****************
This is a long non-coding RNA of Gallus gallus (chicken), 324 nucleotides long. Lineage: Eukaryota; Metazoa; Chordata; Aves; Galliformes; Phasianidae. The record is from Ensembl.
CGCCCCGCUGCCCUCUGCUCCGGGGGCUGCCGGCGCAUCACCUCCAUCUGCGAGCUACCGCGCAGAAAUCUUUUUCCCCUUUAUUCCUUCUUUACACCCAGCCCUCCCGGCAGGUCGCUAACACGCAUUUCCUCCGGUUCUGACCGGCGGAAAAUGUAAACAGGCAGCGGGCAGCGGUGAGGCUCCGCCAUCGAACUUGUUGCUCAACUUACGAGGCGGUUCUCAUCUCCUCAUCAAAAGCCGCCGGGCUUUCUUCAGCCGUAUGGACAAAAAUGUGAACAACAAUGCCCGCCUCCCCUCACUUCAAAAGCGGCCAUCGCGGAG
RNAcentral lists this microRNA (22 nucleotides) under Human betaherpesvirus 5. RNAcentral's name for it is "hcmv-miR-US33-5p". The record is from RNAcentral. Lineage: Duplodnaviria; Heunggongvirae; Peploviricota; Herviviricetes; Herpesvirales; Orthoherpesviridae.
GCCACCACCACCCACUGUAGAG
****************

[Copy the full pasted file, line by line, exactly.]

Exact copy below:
This is a long non-coding RNA of Gallus gallus (chicken), 324 nucleotides long. Lineage: Eukaryota; Metazoa; Chordata; Aves; Galliformes; Phasianidae. The record is from Ensembl.
CGCCCCGCUGCCCUCUGCUCCGGGGGCUGCCGGCGCAUCACCUCCAUCUGCGAGCUACCGCGCAGAAAUCUUUUUCCCCUUUAUUCCUUCUUUACACCCAGCCCUCCCGGCAGGUCGCUAACACGCAUUUCCUCCGGUUCUGACCGGCGGAAAAUGUAAACAGGCAGCGGGCAGCGGUGAGGCUCCGCCAUCGAACUUGUUGCUCAACUUACGAGGCGGUUCUCAUCUCCUCAUCAAAAGCCGCCGGGCUUUCUUCAGCCGUAUGGACAAAAAUGUGAACAACAAUGCCCGCCUCCCCUCACUUCAAAAGCGGCCAUCGCGGAG
RNAcentral lists this microRNA (22 nucleotides) under Human betaherpesvirus 5. RNAcentral's name for it is "hcmv-miR-US33-5p". The record is from RNAcentral. Lineage: Duplodnaviria; Heunggongvirae; Peploviricota; Herviviricetes; Herpesvirales; Orthoherpesviridae.
GCCACCACCACCCACUGUAGAG